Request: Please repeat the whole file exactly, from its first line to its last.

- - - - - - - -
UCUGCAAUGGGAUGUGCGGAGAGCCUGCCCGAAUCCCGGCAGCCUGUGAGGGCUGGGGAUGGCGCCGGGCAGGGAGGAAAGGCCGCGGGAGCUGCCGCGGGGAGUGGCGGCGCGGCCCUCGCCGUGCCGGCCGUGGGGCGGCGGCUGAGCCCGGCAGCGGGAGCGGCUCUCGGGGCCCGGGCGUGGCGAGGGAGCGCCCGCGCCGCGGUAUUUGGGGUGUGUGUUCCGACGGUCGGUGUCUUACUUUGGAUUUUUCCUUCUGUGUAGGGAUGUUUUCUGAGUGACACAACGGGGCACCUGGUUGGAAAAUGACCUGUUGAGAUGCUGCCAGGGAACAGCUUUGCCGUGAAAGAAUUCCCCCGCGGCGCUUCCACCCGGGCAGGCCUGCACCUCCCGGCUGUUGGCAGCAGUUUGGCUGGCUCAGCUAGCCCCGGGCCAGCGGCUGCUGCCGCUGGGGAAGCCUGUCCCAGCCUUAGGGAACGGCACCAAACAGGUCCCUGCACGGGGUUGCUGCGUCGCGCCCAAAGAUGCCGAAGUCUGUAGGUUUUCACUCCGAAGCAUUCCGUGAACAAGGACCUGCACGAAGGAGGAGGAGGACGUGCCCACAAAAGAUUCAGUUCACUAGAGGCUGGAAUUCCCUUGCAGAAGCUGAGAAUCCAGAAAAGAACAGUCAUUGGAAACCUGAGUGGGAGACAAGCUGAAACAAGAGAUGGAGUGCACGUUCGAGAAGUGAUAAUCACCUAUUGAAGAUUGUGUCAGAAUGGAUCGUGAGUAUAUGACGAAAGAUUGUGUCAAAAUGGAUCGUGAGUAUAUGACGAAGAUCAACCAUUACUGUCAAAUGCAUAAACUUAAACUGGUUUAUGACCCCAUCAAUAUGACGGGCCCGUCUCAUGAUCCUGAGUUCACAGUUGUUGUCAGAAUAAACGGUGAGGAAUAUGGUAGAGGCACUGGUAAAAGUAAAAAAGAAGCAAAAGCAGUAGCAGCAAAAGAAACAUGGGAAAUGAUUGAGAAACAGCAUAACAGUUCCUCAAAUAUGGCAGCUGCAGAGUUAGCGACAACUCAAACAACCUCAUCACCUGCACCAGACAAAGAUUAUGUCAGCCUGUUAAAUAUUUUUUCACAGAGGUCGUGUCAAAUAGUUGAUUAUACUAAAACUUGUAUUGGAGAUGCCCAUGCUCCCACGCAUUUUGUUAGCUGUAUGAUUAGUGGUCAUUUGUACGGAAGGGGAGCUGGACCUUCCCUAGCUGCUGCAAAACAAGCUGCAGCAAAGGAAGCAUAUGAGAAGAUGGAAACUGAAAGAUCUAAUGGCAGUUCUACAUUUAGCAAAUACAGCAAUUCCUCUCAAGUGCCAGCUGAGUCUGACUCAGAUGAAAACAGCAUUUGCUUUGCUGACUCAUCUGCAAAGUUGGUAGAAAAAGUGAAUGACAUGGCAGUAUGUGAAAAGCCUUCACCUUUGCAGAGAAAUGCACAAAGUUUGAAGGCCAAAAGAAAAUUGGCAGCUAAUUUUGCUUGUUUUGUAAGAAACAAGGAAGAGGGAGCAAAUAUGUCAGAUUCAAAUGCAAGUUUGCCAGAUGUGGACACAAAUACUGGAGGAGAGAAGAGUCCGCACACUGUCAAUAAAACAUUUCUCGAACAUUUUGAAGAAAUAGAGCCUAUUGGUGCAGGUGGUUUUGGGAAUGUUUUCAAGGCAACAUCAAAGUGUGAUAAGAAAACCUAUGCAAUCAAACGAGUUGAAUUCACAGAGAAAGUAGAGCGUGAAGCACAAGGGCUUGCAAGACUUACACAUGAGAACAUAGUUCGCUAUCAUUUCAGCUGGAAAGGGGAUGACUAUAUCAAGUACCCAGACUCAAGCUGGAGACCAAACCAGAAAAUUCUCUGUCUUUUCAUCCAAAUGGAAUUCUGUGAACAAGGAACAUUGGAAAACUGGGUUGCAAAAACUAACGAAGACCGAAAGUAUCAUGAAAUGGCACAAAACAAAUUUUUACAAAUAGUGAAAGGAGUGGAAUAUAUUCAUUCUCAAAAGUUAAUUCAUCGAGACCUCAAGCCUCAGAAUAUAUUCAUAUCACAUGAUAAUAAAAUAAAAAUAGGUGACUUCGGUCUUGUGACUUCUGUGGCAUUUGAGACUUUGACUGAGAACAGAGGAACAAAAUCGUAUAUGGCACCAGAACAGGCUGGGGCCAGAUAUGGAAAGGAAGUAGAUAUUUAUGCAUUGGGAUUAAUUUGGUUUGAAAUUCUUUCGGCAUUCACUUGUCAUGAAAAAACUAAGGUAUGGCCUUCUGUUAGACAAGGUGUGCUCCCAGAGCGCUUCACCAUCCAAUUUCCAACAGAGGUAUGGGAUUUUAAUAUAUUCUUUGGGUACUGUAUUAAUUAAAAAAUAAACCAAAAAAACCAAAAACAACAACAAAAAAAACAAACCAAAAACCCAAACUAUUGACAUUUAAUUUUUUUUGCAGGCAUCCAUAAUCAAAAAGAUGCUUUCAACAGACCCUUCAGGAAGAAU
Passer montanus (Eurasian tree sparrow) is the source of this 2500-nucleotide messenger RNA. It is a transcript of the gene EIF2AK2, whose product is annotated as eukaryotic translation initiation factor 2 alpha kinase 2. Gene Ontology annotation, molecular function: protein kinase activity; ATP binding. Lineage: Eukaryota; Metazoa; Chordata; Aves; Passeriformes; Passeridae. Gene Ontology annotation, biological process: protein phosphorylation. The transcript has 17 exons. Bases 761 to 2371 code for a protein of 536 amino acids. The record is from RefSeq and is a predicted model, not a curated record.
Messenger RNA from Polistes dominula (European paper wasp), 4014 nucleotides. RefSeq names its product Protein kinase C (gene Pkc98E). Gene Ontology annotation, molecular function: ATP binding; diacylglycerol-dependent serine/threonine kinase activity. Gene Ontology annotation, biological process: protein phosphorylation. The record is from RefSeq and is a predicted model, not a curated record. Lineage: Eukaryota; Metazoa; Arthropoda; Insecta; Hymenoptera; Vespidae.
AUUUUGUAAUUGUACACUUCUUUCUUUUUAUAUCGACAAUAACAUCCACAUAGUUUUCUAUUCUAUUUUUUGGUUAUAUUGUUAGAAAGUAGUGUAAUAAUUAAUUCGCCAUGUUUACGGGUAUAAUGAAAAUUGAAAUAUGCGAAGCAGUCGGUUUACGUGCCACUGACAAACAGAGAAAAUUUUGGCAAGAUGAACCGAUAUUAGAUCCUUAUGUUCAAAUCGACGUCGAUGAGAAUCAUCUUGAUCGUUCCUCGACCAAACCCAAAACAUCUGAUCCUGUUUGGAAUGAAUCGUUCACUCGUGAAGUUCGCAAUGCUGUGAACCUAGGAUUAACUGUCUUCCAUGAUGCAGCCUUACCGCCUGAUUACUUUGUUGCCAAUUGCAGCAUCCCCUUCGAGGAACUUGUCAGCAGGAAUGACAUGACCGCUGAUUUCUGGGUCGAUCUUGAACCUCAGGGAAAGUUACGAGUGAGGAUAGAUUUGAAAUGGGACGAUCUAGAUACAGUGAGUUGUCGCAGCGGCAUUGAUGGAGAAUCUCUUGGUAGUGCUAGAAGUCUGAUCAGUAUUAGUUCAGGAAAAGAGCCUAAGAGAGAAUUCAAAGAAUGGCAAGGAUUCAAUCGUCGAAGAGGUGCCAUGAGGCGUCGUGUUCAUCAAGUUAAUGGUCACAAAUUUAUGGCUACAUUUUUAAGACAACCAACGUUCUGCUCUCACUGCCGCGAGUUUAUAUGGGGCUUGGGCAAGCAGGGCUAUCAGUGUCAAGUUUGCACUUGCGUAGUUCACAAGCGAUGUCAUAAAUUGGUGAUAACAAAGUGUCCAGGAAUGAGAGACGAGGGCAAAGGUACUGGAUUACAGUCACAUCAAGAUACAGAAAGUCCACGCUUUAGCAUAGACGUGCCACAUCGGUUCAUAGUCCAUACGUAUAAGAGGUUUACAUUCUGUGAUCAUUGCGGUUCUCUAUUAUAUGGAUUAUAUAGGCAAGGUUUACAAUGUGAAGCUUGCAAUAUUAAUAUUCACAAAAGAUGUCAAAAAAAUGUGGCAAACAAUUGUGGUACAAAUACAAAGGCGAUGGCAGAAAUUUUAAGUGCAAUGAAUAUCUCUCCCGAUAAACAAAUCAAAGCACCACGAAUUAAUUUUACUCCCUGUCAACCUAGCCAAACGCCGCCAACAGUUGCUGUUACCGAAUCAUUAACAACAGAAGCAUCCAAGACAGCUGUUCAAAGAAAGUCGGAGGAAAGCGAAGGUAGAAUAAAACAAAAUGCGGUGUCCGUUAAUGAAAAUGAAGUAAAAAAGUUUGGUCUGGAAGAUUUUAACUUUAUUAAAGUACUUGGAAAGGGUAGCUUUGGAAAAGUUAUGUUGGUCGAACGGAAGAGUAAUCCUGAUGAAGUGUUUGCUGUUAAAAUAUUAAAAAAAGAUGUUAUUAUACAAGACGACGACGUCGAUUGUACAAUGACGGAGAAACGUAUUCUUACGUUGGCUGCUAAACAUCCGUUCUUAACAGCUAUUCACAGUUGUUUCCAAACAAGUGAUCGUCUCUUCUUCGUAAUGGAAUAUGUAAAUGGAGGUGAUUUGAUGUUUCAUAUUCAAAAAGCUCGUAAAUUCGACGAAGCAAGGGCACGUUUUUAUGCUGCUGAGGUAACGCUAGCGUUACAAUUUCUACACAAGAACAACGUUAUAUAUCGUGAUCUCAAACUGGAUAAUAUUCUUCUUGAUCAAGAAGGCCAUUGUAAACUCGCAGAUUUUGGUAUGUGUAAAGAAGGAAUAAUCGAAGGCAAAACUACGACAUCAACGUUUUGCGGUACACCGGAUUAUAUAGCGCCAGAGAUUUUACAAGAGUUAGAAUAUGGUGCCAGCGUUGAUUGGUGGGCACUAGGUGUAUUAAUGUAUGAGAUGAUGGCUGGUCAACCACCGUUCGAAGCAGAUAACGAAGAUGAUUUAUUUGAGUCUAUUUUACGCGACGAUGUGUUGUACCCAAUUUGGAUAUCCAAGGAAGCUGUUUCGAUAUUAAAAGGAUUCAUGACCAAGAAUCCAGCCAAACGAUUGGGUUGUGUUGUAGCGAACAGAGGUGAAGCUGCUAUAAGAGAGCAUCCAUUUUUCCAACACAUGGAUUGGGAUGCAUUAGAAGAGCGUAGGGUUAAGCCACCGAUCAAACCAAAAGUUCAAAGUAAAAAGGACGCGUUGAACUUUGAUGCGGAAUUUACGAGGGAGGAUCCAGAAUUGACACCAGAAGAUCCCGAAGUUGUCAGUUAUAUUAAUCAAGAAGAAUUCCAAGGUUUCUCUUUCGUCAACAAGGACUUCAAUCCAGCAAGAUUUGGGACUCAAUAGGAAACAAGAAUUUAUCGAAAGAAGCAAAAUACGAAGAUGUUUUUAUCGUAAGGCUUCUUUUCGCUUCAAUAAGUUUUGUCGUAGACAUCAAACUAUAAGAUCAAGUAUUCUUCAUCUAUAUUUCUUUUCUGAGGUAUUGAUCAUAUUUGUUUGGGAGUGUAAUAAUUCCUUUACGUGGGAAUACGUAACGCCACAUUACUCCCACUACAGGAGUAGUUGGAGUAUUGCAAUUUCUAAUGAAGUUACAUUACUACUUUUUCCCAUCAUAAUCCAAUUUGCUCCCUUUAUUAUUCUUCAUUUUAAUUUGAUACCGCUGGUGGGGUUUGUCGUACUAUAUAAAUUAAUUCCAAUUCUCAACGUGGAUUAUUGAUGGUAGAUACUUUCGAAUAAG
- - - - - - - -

UCUGCAAUGGGAUGUGCGGAGAGCCUGCCCGAAUCCCGGCAGCCUGUGAGGGCUGGGGAUGGCGCCGGGCAGGGAGGAAAGGCCGCGGGAGCUGCCGCGGGGAGUGGCGGCGCGGCCCUCGCCGUGCCGGCCGUGGGGCGGCGGCUGAGCCCGGCAGCGGGAGCGGCUCUCGGGGCCCGGGCGUGGCGAGGGAGCGCCCGCGCCGCGGUAUUUGGGGUGUGUGUUCCGACGGUCGGUGUCUUACUUUGGAUUUUUCCUUCUGUGUAGGGAUGUUUUCUGAGUGACACAACGGGGCACCUGGUUGGAAAAUGACCUGUUGAGAUGCUGCCAGGGAACAGCUUUGCCGUGAAAGAAUUCCCCCGCGGCGCUUCCACCCGGGCAGGCCUGCACCUCCCGGCUGUUGGCAGCAGUUUGGCUGGCUCAGCUAGCCCCGGGCCAGCGGCUGCUGCCGCUGGGGAAGCCUGUCCCAGCCUUAGGGAACGGCACCAAACAGGUCCCUGCACGGGGUUGCUGCGUCGCGCCCAAAGAUGCCGAAGUCUGUAGGUUUUCACUCCGAAGCAUUCCGUGAACAAGGACCUGCACGAAGGAGGAGGAGGACGUGCCCACAAAAGAUUCAGUUCACUAGAGGCUGGAAUUCCCUUGCAGAAGCUGAGAAUCCAGAAAAGAACAGUCAUUGGAAACCUGAGUGGGAGACAAGCUGAAACAAGAGAUGGAGUGCACGUUCGAGAAGUGAUAAUCACCUAUUGAAGAUUGUGUCAGAAUGGAUCGUGAGUAUAUGACGAAAGAUUGUGUCAAAAUGGAUCGUGAGUAUAUGACGAAGAUCAACCAUUACUGUCAAAUGCAUAAACUUAAACUGGUUUAUGACCCCAUCAAUAUGACGGGCCCGUCUCAUGAUCCUGAGUUCACAGUUGUUGUCAGAAUAAACGGUGAGGAAUAUGGUAGAGGCACUGGUAAAAGUAAAAAAGAAGCAAAAGCAGUAGCAGCAAAAGAAACAUGGGAAAUGAUUGAGAAACAGCAUAACAGUUCCUCAAAUAUGGCAGCUGCAGAGUUAGCGACAACUCAAACAACCUCAUCACCUGCACCAGACAAAGAUUAUGUCAGCCUGUUAAAUAUUUUUUCACAGAGGUCGUGUCAAAUAGUUGAUUAUACUAAAACUUGUAUUGGAGAUGCCCAUGCUCCCACGCAUUUUGUUAGCUGUAUGAUUAGUGGUCAUUUGUACGGAAGGGGAGCUGGACCUUCCCUAGCUGCUGCAAAACAAGCUGCAGCAAAGGAAGCAUAUGAGAAGAUGGAAACUGAAAGAUCUAAUGGCAGUUCUACAUUUAGCAAAUACAGCAAUUCCUCUCAAGUGCCAGCUGAGUCUGACUCAGAUGAAAACAGCAUUUGCUUUGCUGACUCAUCUGCAAAGUUGGUAGAAAAAGUGAAUGACAUGGCAGUAUGUGAAAAGCCUUCACCUUUGCAGAGAAAUGCACAAAGUUUGAAGGCCAAAAGAAAAUUGGCAGCUAAUUUUGCUUGUUUUGUAAGAAACAAGGAAGAGGGAGCAAAUAUGUCAGAUUCAAAUGCAAGUUUGCCAGAUGUGGACACAAAUACUGGAGGAGAGAAGAGUCCGCACACUGUCAAUAAAACAUUUCUCGAACAUUUUGAAGAAAUAGAGCCUAUUGGUGCAGGUGGUUUUGGGAAUGUUUUCAAGGCAACAUCAAAGUGUGAUAAGAAAACCUAUGCAAUCAAACGAGUUGAAUUCACAGAGAAAGUAGAGCGUGAAGCACAAGGGCUUGCAAGACUUACACAUGAGAACAUAGUUCGCUAUCAUUUCAGCUGGAAAGGGGAUGACUAUAUCAAGUACCCAGACUCAAGCUGGAGACCAAACCAGAAAAUUCUCUGUCUUUUCAUCCAAAUGGAAUUCUGUGAACAAGGAACAUUGGAAAACUGGGUUGCAAAAACUAACGAAGACCGAAAGUAUCAUGAAAUGGCACAAAACAAAUUUUUACAAAUAGUGAAAGGAGUGGAAUAUAUUCAUUCUCAAAAGUUAAUUCAUCGAGACCUCAAGCCUCAGAAUAUAUUCAUAUCACAUGAUAAUAAAAUAAAAAUAGGUGACUUCGGUCUUGUGACUUCUGUGGCAUUUGAGACUUUGACUGAGAACAGAGGAACAAAAUCGUAUAUGGCACCAGAACAGGCUGGGGCCAGAUAUGGAAAGGAAGUAGAUAUUUAUGCAUUGGGAUUAAUUUGGUUUGAAAUUCUUUCGGCAUUCACUUGUCAUGAAAAAACUAAGGUAUGGCCUUCUGUUAGACAAGGUGUGCUCCCAGAGCGCUUCACCAUCCAAUUUCCAACAGAGGUAUGGGAUUUUAAUAUAUUCUUUGGGUACUGUAUUAAUUAAAAAAUAAACCAAAAAAACCAAAAACAACAACAAAAAAAACAAACCAAAAACCCAAACUAUUGACAUUUAAUUUUUUUUGCAGGCAUCCAUAAUCAAAAAGAUGCUUUCAACAGACCCUUCAGGAAGAAU
Passer montanus (Eurasian tree sparrow) is the source of this 2500-nucleotide messenger RNA. It is a transcript of the gene EIF2AK2, whose product is annotated as eukaryotic translation initiation factor 2 alpha kinase 2. Gene Ontology annotation, molecular function: protein kinase activity; ATP binding. Lineage: Eukaryota; Metazoa; Chordata; Aves; Passeriformes; Passeridae. Gene Ontology annotation, biological process: protein phosphorylation. The transcript has 17 exons. Bases 761 to 2371 code for a protein of 536 amino acids. The record is from RefSeq and is a predicted model, not a curated record.
Messenger RNA from Polistes dominula (European paper wasp), 4014 nucleotides. RefSeq names its product Protein kinase C (gene Pkc98E). Gene Ontology annotation, molecular function: ATP binding; diacylglycerol-dependent serine/threonine kinase activity. Gene Ontology annotation, biological process: protein phosphorylation. The record is from RefSeq and is a predicted model, not a curated record. Lineage: Eukaryota; Metazoa; Arthropoda; Insecta; Hymenoptera; Vespidae.
AUUUUGUAAUUGUACACUUCUUUCUUUUUAUAUCGACAAUAACAUCCACAUAGUUUUCUAUUCUAUUUUUUGGUUAUAUUGUUAGAAAGUAGUGUAAUAAUUAAUUCGCCAUGUUUACGGGUAUAAUGAAAAUUGAAAUAUGCGAAGCAGUCGGUUUACGUGCCACUGACAAACAGAGAAAAUUUUGGCAAGAUGAACCGAUAUUAGAUCCUUAUGUUCAAAUCGACGUCGAUGAGAAUCAUCUUGAUCGUUCCUCGACCAAACCCAAAACAUCUGAUCCUGUUUGGAAUGAAUCGUUCACUCGUGAAGUUCGCAAUGCUGUGAACCUAGGAUUAACUGUCUUCCAUGAUGCAGCCUUACCGCCUGAUUACUUUGUUGCCAAUUGCAGCAUCCCCUUCGAGGAACUUGUCAGCAGGAAUGACAUGACCGCUGAUUUCUGGGUCGAUCUUGAACCUCAGGGAAAGUUACGAGUGAGGAUAGAUUUGAAAUGGGACGAUCUAGAUACAGUGAGUUGUCGCAGCGGCAUUGAUGGAGAAUCUCUUGGUAGUGCUAGAAGUCUGAUCAGUAUUAGUUCAGGAAAAGAGCCUAAGAGAGAAUUCAAAGAAUGGCAAGGAUUCAAUCGUCGAAGAGGUGCCAUGAGGCGUCGUGUUCAUCAAGUUAAUGGUCACAAAUUUAUGGCUACAUUUUUAAGACAACCAACGUUCUGCUCUCACUGCCGCGAGUUUAUAUGGGGCUUGGGCAAGCAGGGCUAUCAGUGUCAAGUUUGCACUUGCGUAGUUCACAAGCGAUGUCAUAAAUUGGUGAUAACAAAGUGUCCAGGAAUGAGAGACGAGGGCAAAGGUACUGGAUUACAGUCACAUCAAGAUACAGAAAGUCCACGCUUUAGCAUAGACGUGCCACAUCGGUUCAUAGUCCAUACGUAUAAGAGGUUUACAUUCUGUGAUCAUUGCGGUUCUCUAUUAUAUGGAUUAUAUAGGCAAGGUUUACAAUGUGAAGCUUGCAAUAUUAAUAUUCACAAAAGAUGUCAAAAAAAUGUGGCAAACAAUUGUGGUACAAAUACAAAGGCGAUGGCAGAAAUUUUAAGUGCAAUGAAUAUCUCUCCCGAUAAACAAAUCAAAGCACCACGAAUUAAUUUUACUCCCUGUCAACCUAGCCAAACGCCGCCAACAGUUGCUGUUACCGAAUCAUUAACAACAGAAGCAUCCAAGACAGCUGUUCAAAGAAAGUCGGAGGAAAGCGAAGGUAGAAUAAAACAAAAUGCGGUGUCCGUUAAUGAAAAUGAAGUAAAAAAGUUUGGUCUGGAAGAUUUUAACUUUAUUAAAGUACUUGGAAAGGGUAGCUUUGGAAAAGUUAUGUUGGUCGAACGGAAGAGUAAUCCUGAUGAAGUGUUUGCUGUUAAAAUAUUAAAAAAAGAUGUUAUUAUACAAGACGACGACGUCGAUUGUACAAUGACGGAGAAACGUAUUCUUACGUUGGCUGCUAAACAUCCGUUCUUAACAGCUAUUCACAGUUGUUUCCAAACAAGUGAUCGUCUCUUCUUCGUAAUGGAAUAUGUAAAUGGAGGUGAUUUGAUGUUUCAUAUUCAAAAAGCUCGUAAAUUCGACGAAGCAAGGGCACGUUUUUAUGCUGCUGAGGUAACGCUAGCGUUACAAUUUCUACACAAGAACAACGUUAUAUAUCGUGAUCUCAAACUGGAUAAUAUUCUUCUUGAUCAAGAAGGCCAUUGUAAACUCGCAGAUUUUGGUAUGUGUAAAGAAGGAAUAAUCGAAGGCAAAACUACGACAUCAACGUUUUGCGGUACACCGGAUUAUAUAGCGCCAGAGAUUUUACAAGAGUUAGAAUAUGGUGCCAGCGUUGAUUGGUGGGCACUAGGUGUAUUAAUGUAUGAGAUGAUGGCUGGUCAACCACCGUUCGAAGCAGAUAACGAAGAUGAUUUAUUUGAGUCUAUUUUACGCGACGAUGUGUUGUACCCAAUUUGGAUAUCCAAGGAAGCUGUUUCGAUAUUAAAAGGAUUCAUGACCAAGAAUCCAGCCAAACGAUUGGGUUGUGUUGUAGCGAACAGAGGUGAAGCUGCUAUAAGAGAGCAUCCAUUUUUCCAACACAUGGAUUGGGAUGCAUUAGAAGAGCGUAGGGUUAAGCCACCGAUCAAACCAAAAGUUCAAAGUAAAAAGGACGCGUUGAACUUUGAUGCGGAAUUUACGAGGGAGGAUCCAGAAUUGACACCAGAAGAUCCCGAAGUUGUCAGUUAUAUUAAUCAAGAAGAAUUCCAAGGUUUCUCUUUCGUCAACAAGGACUUCAAUCCAGCAAGAUUUGGGACUCAAUAGGAAACAAGAAUUUAUCGAAAGAAGCAAAAUACGAAGAUGUUUUUAUCGUAAGGCUUCUUUUCGCUUCAAUAAGUUUUGUCGUAGACAUCAAACUAUAAGAUCAAGUAUUCUUCAUCUAUAUUUCUUUUCUGAGGUAUUGAUCAUAUUUGUUUGGGAGUGUAAUAAUUCCUUUACGUGGGAAUACGUAACGCCACAUUACUCCCACUACAGGAGUAGUUGGAGUAUUGCAAUUUCUAAUGAAGUUACAUUACUACUUUUUCCCAUCAUAAUCCAAUUUGCUCCCUUUAUUAUUCUUCAUUUUAAUUUGAUACCGCUGGUGGGGUUUGUCGUACUAUAUAAAUUAAUUCCAAUUCUCAACGUGGAUUAUUGAUGGUAGAUACUUUCGAAUAAG